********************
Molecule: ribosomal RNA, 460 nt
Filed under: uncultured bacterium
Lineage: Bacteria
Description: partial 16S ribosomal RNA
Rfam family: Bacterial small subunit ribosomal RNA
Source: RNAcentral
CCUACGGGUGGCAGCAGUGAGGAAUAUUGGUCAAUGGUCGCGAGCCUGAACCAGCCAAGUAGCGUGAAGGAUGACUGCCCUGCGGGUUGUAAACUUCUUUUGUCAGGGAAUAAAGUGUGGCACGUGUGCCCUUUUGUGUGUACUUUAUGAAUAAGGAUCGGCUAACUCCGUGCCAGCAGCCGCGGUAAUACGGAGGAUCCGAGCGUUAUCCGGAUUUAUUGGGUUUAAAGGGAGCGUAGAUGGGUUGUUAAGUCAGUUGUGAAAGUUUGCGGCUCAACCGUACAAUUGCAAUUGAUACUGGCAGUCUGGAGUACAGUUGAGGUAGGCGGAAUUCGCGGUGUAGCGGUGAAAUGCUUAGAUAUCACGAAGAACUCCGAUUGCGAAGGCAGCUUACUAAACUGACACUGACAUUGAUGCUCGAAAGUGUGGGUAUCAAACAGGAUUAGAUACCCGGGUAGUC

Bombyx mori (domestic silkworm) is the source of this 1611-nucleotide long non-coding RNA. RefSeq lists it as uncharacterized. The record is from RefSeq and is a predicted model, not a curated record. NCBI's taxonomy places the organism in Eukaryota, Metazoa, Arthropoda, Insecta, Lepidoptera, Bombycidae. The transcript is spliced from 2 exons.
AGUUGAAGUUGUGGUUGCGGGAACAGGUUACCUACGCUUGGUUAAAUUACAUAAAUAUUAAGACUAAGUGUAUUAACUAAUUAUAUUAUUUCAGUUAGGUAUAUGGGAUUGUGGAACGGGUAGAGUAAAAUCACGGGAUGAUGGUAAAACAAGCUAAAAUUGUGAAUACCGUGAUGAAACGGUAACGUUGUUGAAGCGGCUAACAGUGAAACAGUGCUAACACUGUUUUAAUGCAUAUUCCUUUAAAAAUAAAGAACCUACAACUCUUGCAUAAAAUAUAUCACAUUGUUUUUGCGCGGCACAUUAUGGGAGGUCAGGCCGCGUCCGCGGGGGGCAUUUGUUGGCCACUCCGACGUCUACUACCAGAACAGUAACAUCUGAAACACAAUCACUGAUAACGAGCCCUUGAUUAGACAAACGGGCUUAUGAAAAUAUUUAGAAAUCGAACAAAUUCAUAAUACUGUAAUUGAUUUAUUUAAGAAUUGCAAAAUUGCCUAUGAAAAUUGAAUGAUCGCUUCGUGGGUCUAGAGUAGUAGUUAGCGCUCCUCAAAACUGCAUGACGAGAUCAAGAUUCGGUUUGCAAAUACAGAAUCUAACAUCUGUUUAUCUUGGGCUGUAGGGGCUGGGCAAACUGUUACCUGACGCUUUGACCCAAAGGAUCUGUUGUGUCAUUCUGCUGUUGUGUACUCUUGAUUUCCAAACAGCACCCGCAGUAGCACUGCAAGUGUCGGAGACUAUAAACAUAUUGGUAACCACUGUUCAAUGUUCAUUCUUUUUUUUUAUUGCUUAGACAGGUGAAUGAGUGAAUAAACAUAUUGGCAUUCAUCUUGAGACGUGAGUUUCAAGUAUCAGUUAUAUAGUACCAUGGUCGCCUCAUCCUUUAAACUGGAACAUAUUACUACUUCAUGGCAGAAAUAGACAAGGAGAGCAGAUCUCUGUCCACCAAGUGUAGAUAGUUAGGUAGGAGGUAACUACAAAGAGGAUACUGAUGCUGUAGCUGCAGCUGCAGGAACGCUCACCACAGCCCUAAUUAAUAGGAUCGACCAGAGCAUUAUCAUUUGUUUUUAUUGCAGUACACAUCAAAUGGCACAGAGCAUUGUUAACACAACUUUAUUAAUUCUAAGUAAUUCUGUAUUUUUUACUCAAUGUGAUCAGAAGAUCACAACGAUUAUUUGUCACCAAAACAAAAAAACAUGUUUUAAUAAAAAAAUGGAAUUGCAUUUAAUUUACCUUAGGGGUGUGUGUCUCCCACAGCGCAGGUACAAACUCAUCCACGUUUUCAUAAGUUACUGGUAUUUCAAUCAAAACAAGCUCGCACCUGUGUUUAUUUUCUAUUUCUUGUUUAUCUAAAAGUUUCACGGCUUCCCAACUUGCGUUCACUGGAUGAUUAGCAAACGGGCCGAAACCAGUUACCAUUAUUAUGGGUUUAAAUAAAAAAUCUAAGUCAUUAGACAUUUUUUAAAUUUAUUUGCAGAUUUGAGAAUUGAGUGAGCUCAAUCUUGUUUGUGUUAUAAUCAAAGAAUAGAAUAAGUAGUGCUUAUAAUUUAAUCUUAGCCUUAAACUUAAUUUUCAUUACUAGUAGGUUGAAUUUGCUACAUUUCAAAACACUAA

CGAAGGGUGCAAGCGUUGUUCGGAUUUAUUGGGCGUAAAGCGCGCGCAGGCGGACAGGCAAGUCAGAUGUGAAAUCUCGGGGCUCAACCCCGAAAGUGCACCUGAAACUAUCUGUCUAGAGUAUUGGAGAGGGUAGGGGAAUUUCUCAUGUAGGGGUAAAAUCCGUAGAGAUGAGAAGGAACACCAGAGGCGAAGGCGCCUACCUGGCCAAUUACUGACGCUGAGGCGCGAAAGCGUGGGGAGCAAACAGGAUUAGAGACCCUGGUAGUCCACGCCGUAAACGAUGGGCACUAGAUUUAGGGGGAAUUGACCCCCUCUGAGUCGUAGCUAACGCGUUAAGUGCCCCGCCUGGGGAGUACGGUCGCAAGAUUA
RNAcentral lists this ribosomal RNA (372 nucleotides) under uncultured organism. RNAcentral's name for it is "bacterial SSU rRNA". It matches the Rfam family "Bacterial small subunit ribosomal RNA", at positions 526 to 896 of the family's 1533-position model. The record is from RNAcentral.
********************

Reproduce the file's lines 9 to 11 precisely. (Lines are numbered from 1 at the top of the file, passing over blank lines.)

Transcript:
AGUUGAAGUUGUGGUUGCGGGAACAGGUUACCUACGCUUGGUUAAAUUACAUAAAUAUUAAGACUAAGUGUAUUAACUAAUUAUAUUAUUUCAGUUAGGUAUAUGGGAUUGUGGAACGGGUAGAGUAAAAUCACGGGAUGAUGGUAAAACAAGCUAAAAUUGUGAAUACCGUGAUGAAACGGUAACGUUGUUGAAGCGGCUAACAGUGAAACAGUGCUAACACUGUUUUAAUGCAUAUUCCUUUAAAAAUAAAGAACCUACAACUCUUGCAUAAAAUAUAUCACAUUGUUUUUGCGCGGCACAUUAUGGGAGGUCAGGCCGCGUCCGCGGGGGGCAUUUGUUGGCCACUCCGACGUCUACUACCAGAACAGUAACAUCUGAAACACAAUCACUGAUAACGAGCCCUUGAUUAGACAAACGGGCUUAUGAAAAUAUUUAGAAAUCGAACAAAUUCAUAAUACUGUAAUUGAUUUAUUUAAGAAUUGCAAAAUUGCCUAUGAAAAUUGAAUGAUCGCUUCGUGGGUCUAGAGUAGUAGUUAGCGCUCCUCAAAACUGCAUGACGAGAUCAAGAUUCGGUUUGCAAAUACAGAAUCUAACAUCUGUUUAUCUUGGGCUGUAGGGGCUGGGCAAACUGUUACCUGACGCUUUGACCCAAAGGAUCUGUUGUGUCAUUCUGCUGUUGUGUACUCUUGAUUUCCAAACAGCACCCGCAGUAGCACUGCAAGUGUCGGAGACUAUAAACAUAUUGGUAACCACUGUUCAAUGUUCAUUCUUUUUUUUUAUUGCUUAGACAGGUGAAUGAGUGAAUAAACAUAUUGGCAUUCAUCUUGAGACGUGAGUUUCAAGUAUCAGUUAUAUAGUACCAUGGUCGCCUCAUCCUUUAAACUGGAACAUAUUACUACUUCAUGGCAGAAAUAGACAAGGAGAGCAGAUCUCUGUCCACCAAGUGUAGAUAGUUAGGUAGGAGGUAACUACAAAGAGGAUACUGAUGCUGUAGCUGCAGCUGCAGGAACGCUCACCACAGCCCUAAUUAAUAGGAUCGACCAGAGCAUUAUCAUUUGUUUUUAUUGCAGUACACAUCAAAUGGCACAGAGCAUUGUUAACACAACUUUAUUAAUUCUAAGUAAUUCUGUAUUUUUUACUCAAUGUGAUCAGAAGAUCACAACGAUUAUUUGUCACCAAAACAAAAAAACAUGUUUUAAUAAAAAAAUGGAAUUGCAUUUAAUUUACCUUAGGGGUGUGUGUCUCCCACAGCGCAGGUACAAACUCAUCCACGUUUUCAUAAGUUACUGGUAUUUCAAUCAAAACAAGCUCGCACCUGUGUUUAUUUUCUAUUUCUUGUUUAUCUAAAAGUUUCACGGCUUCCCAACUUGCGUUCACUGGAUGAUUAGCAAACGGGCCGAAACCAGUUACCAUUAUUAUGGGUUUAAAUAAAAAAUCUAAGUCAUUAGACAUUUUUUAAAUUUAUUUGCAGAUUUGAGAAUUGAGUGAGCUCAAUCUUGUUUGUGUUAUAAUCAAAGAAUAGAAUAAGUAGUGCUUAUAAUUUAAUCUUAGCCUUAAACUUAAUUUUCAUUACUAGUAGGUUGAAUUUGCUACAUUUCAAAACACUAA

CGAAGGGUGCAAGCGUUGUUCGGAUUUAUUGGGCGUAAAGCGCGCGCAGGCGGACAGGCAAGUCAGAUGUGAAAUCUCGGGGCUCAACCCCGAAAGUGCACCUGAAACUAUCUGUCUAGAGUAUUGGAGAGGGUAGGGGAAUUUCUCAUGUAGGGGUAAAAUCCGUAGAGAUGAGAAGGAACACCAGAGGCGAAGGCGCCUACCUGGCCAAUUACUGACGCUGAGGCGCGAAAGCGUGGGGAGCAAACAGGAUUAGAGACCCUGGUAGUCCACGCCGUAAACGAUGGGCACUAGAUUUAGGGGGAAUUGACCCCCUCUGAGUCGUAGCUAACGCGUUAAGUGCCCCGCCUGGGGAGUACGGUCGCAAGAUUA
RNAcentral lists this ribosomal RNA (372 nucleotides) under uncultured organism. RNAcentral's name for it is "bacterial SSU rRNA". It matches the Rfam family "Bacterial small subunit ribosomal RNA", at positions 526 to 896 of the family's 1533-position model. The record is from RNAcentral.